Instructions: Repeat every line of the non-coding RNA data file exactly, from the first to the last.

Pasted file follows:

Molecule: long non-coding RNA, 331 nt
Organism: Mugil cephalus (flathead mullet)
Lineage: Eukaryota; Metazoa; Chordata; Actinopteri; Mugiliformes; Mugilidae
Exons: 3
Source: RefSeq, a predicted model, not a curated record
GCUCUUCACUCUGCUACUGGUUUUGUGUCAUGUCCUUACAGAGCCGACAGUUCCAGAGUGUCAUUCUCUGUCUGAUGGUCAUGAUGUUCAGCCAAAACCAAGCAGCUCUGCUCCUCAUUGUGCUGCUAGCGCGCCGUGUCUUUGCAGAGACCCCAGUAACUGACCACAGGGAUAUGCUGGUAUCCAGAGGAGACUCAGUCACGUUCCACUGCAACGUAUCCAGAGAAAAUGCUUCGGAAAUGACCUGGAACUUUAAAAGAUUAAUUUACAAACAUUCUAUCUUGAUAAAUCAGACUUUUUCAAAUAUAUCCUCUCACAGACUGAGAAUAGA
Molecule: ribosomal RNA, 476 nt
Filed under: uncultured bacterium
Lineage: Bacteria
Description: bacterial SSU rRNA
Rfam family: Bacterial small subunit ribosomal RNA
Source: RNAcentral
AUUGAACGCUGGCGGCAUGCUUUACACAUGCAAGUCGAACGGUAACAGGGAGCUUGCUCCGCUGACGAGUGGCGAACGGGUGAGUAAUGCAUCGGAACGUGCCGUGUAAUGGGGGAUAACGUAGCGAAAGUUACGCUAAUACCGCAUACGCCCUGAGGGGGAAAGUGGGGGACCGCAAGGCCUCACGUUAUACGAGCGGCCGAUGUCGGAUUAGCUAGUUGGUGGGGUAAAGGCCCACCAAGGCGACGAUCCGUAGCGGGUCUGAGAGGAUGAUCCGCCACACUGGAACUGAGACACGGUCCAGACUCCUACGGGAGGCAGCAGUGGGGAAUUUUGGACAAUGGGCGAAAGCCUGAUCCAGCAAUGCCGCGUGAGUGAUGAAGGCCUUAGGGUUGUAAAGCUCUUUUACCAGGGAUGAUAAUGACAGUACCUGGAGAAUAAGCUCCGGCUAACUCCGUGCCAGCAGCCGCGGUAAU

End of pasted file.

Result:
Molecule: long non-coding RNA, 331 nt
Organism: Mugil cephalus (flathead mullet)
Lineage: Eukaryota; Metazoa; Chordata; Actinopteri; Mugiliformes; Mugilidae
Exons: 3
Source: RefSeq, a predicted model, not a curated record
GCUCUUCACUCUGCUACUGGUUUUGUGUCAUGUCCUUACAGAGCCGACAGUUCCAGAGUGUCAUUCUCUGUCUGAUGGUCAUGAUGUUCAGCCAAAACCAAGCAGCUCUGCUCCUCAUUGUGCUGCUAGCGCGCCGUGUCUUUGCAGAGACCCCAGUAACUGACCACAGGGAUAUGCUGGUAUCCAGAGGAGACUCAGUCACGUUCCACUGCAACGUAUCCAGAGAAAAUGCUUCGGAAAUGACCUGGAACUUUAAAAGAUUAAUUUACAAACAUUCUAUCUUGAUAAAUCAGACUUUUUCAAAUAUAUCCUCUCACAGACUGAGAAUAGA
Molecule: ribosomal RNA, 476 nt
Filed under: uncultured bacterium
Lineage: Bacteria
Description: bacterial SSU rRNA
Rfam family: Bacterial small subunit ribosomal RNA
Source: RNAcentral
AUUGAACGCUGGCGGCAUGCUUUACACAUGCAAGUCGAACGGUAACAGGGAGCUUGCUCCGCUGACGAGUGGCGAACGGGUGAGUAAUGCAUCGGAACGUGCCGUGUAAUGGGGGAUAACGUAGCGAAAGUUACGCUAAUACCGCAUACGCCCUGAGGGGGAAAGUGGGGGACCGCAAGGCCUCACGUUAUACGAGCGGCCGAUGUCGGAUUAGCUAGUUGGUGGGGUAAAGGCCCACCAAGGCGACGAUCCGUAGCGGGUCUGAGAGGAUGAUCCGCCACACUGGAACUGAGACACGGUCCAGACUCCUACGGGAGGCAGCAGUGGGGAAUUUUGGACAAUGGGCGAAAGCCUGAUCCAGCAAUGCCGCGUGAGUGAUGAAGGCCUUAGGGUUGUAAAGCUCUUUUACCAGGGAUGAUAAUGACAGUACCUGGAGAAUAAGCUCCGGCUAACUCCGUGCCAGCAGCCGCGGUAAU